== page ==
Except with sets of sets this process doesn't work, because sets of sets are of the same type as sets. Hence the paradox with "set of all sets (not containing themselves" and similar. Step 1: create sets. When you are done, step 2: create the set of all sets... oops, it turns out you were actually not done with the step 1. With integers, you can imagine that an infinite amount of time has passed, and you have created them all. With sets, there is no amount of time, finite or infinite, is enough. With integers, the idea of "last integer" does not make sense, but the idea of "all integers" does. With sets, the "last set" and the "set of all sets" are both the same. So even the generous assumption that we have unlimited infinities of time does not allow us to create all sets.

Mathematics does not really require the concept of gradual construction (of integers, or sets). We can just assume we have all integers, magically created at the same moment. And it will be the same as when we create the integers step by step, using an infinitely fast machine. We cannot do the same thing with sets though, lest we get a paradox. Unless we give up on some notions, such as having a "set of all sets". (Which notions exactly do we have to give up? I guess those that would prevent the infinitely fast machine from even completing the construction of "all sets". So at the end, even if we pretend it is not a gradual construction, it kinda behaves as if it was.)

The gradual-construction idea is actually quite common when thinking about set theory. Write V(0) = {}, then V(1) = all subsets of V(0), then V(2) = all subsets of V(1), and so on. If "and so on" just means "on through all the non-negative integers" then this doesn't get you "enough" sets, but what we can do after constructing all the V(n) is to take the union of all those and call it , after which we can start playing the take-all-the-subsets game again to get  which again runs out of steam after all the  at which point we take the union again to get . (For technical reasons this should actually be  but never mind that.) At this point we can see how to get  but then what? Take the union again and call it . You can continue this process indefinitely, in a very strong sense of "indefinitely", and with the usual axioms of set theory it turns out that every set appears in one of the V(something). (The somethings are the ordinals, a generalization of the non-negative integers.)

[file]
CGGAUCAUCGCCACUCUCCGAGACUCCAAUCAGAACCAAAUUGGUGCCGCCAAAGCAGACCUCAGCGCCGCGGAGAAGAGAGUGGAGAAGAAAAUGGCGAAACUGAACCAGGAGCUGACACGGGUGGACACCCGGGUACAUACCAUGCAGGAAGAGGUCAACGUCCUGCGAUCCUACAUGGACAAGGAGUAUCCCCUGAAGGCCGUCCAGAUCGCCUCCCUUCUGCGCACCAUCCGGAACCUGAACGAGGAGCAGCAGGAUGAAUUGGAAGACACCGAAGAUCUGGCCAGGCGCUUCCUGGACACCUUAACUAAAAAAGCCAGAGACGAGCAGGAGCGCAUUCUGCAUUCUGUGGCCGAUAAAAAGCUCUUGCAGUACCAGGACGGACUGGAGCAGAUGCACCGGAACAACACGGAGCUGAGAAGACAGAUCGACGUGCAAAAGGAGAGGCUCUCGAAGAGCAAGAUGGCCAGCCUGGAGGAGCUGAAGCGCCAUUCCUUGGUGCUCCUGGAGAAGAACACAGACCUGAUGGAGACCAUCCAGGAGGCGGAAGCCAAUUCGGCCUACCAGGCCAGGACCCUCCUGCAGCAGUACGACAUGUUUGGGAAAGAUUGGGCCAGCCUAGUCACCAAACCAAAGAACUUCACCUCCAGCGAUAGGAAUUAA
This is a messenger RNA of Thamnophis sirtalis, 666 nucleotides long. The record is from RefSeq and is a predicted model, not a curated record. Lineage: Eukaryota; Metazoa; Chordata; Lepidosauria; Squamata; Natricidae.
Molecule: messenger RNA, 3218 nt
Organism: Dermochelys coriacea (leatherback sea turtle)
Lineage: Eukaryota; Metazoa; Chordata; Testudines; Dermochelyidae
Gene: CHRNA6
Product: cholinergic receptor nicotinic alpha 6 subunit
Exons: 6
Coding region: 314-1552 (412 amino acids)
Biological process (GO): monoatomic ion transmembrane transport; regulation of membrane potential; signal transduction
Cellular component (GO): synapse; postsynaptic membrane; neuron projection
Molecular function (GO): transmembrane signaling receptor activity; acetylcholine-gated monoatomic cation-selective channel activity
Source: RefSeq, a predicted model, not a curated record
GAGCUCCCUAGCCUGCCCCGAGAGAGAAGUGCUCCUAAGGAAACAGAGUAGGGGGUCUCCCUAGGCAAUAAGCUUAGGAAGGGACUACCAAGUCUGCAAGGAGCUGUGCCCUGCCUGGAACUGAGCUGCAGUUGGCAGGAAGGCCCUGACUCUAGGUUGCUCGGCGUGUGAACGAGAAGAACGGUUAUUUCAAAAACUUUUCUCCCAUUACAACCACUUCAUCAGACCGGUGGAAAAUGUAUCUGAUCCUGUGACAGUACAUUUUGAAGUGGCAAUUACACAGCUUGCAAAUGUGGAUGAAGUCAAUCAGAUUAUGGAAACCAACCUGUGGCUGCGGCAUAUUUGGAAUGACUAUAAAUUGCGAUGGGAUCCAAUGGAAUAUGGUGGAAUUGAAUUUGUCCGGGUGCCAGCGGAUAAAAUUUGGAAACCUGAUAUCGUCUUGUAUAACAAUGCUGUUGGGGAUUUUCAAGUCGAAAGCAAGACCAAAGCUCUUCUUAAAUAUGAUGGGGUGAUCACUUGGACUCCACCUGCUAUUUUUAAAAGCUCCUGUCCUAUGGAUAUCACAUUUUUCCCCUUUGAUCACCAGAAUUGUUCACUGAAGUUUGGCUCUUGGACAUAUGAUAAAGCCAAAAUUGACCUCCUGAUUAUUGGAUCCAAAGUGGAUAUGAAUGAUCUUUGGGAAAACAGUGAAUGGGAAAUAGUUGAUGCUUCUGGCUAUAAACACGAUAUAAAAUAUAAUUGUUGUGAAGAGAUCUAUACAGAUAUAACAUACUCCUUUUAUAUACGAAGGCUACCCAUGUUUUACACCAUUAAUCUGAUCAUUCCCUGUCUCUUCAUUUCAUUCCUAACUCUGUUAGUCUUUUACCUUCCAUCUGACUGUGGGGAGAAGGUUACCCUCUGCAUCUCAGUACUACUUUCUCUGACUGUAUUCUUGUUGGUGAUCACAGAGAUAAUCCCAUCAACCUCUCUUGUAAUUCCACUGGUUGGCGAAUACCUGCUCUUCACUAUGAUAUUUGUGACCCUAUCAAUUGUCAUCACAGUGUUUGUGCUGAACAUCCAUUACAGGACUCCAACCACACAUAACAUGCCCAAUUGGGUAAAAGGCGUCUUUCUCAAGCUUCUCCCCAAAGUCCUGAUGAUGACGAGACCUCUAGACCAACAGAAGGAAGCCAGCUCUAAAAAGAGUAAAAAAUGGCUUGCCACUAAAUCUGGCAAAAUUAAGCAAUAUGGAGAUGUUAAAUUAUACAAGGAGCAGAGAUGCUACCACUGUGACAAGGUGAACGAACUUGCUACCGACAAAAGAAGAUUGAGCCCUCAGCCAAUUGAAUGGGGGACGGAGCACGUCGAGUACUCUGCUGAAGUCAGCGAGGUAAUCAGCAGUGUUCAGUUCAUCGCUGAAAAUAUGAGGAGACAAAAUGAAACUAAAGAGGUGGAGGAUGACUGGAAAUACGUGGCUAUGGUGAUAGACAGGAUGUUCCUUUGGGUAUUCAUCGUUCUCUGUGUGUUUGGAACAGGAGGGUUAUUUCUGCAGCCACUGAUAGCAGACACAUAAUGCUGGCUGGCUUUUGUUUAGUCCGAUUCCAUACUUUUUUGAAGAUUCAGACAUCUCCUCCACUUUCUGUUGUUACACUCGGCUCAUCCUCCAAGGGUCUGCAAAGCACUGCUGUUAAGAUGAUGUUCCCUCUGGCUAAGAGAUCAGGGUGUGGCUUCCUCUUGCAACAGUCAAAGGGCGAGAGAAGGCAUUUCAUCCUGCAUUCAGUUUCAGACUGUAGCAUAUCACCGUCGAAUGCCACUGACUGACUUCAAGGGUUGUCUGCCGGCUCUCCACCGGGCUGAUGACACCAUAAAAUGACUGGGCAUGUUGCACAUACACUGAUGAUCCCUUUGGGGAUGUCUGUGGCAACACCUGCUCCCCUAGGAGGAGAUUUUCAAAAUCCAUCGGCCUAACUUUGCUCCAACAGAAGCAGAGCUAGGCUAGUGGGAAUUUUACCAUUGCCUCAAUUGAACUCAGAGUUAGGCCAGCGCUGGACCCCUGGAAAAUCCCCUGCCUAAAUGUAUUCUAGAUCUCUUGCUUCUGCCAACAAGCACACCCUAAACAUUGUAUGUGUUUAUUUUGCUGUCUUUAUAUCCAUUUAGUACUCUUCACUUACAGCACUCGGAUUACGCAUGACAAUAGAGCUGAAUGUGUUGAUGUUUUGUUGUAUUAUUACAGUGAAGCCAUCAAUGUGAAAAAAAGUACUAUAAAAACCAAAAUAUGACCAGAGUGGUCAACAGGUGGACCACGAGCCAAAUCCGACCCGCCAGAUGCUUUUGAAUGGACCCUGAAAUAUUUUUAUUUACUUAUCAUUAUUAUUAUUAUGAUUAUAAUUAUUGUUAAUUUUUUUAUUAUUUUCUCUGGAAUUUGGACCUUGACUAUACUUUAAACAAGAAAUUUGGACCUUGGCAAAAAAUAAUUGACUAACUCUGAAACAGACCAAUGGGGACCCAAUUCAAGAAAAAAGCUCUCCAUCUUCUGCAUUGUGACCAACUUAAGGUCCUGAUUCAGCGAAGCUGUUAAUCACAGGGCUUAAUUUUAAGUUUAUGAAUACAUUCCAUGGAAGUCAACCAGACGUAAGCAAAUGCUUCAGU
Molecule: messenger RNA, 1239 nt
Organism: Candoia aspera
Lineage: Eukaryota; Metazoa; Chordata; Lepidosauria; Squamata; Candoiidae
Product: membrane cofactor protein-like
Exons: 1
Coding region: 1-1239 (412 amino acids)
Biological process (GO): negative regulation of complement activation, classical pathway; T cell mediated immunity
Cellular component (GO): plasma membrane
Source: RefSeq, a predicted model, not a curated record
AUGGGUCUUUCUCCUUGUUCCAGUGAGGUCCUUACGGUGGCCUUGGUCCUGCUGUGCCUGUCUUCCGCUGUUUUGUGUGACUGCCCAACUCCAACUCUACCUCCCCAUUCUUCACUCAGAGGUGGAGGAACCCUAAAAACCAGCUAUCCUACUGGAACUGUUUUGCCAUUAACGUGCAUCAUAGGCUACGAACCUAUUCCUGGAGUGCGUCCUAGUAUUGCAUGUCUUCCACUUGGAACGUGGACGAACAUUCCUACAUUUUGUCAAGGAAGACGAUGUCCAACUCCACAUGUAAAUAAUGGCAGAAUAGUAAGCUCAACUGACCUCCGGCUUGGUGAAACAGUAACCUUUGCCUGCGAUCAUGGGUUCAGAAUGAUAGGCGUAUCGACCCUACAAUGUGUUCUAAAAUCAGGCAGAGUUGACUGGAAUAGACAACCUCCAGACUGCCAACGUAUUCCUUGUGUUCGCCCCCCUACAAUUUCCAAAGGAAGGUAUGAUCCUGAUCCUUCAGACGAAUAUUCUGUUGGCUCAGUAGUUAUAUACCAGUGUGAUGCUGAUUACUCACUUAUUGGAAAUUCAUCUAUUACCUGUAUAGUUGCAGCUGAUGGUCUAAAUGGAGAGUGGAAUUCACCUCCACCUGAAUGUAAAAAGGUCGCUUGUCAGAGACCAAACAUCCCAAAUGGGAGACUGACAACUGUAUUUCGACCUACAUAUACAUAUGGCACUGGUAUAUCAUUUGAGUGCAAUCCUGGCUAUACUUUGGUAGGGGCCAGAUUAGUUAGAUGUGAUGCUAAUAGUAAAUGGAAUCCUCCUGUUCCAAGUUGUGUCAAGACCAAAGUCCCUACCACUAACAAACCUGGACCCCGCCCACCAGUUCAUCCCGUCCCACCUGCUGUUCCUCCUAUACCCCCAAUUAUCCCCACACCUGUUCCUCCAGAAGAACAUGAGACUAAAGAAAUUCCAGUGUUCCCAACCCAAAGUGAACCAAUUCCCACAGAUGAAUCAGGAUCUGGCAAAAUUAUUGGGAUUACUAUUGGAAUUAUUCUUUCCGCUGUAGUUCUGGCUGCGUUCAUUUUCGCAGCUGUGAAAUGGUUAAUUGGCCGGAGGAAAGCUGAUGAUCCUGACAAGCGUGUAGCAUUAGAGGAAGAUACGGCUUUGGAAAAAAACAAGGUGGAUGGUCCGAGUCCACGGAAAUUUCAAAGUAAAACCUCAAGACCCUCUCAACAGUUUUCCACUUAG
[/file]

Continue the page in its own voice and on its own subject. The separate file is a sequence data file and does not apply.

When you do this, any given set appears strictly after all its elements have appeared. Exactly when e.g. any given number appears depends on exactly how you choose to "implement" them in terms of sets. The usual process goes something like this.

  • We start with the non-negative integers. 0 is the empty set, 1 is {0}, 2 is {0,1}, 3 is {0,1,2}, and so on. Or: n+1 is the union of n and {n}. So 0 appears first in V(1) -- it equals V(0) but it's not in it. 1 appears first in V(2). And in general n appears first in V(n+1).
  • Then we construct the integers by first defining the notion of ordered pair by (a,b) := {a,{a,b}} and then saying that the integer n is the set of all ordered pairs of integers (x,y) such that x-y=n. Note that this means that e.g. the integer 3 is not at all the same object as the nonnegative integer 3, a pattern that will be repeated as we construct other kinds of number. The ordered pair of the nonnegative integers m,n appears in V(m+n+2) or something like that, which means that all the integers appear together in .
  • Then we construct the rational numbers in essentially the exact same way: the rational number r is the set of all pairs of integers (x,y) such that x=ry, or maybe the set of all such pairs with y not zero. All the integers are in , so all the ordered pairs of integers are in , so sets of ordered pairs of integers are in . So that's where all the rationals live. Note that again the rational number 3 is not at all the same thing as the integer 3, which in turn is not at all the same thing as the nonnegative integer 3.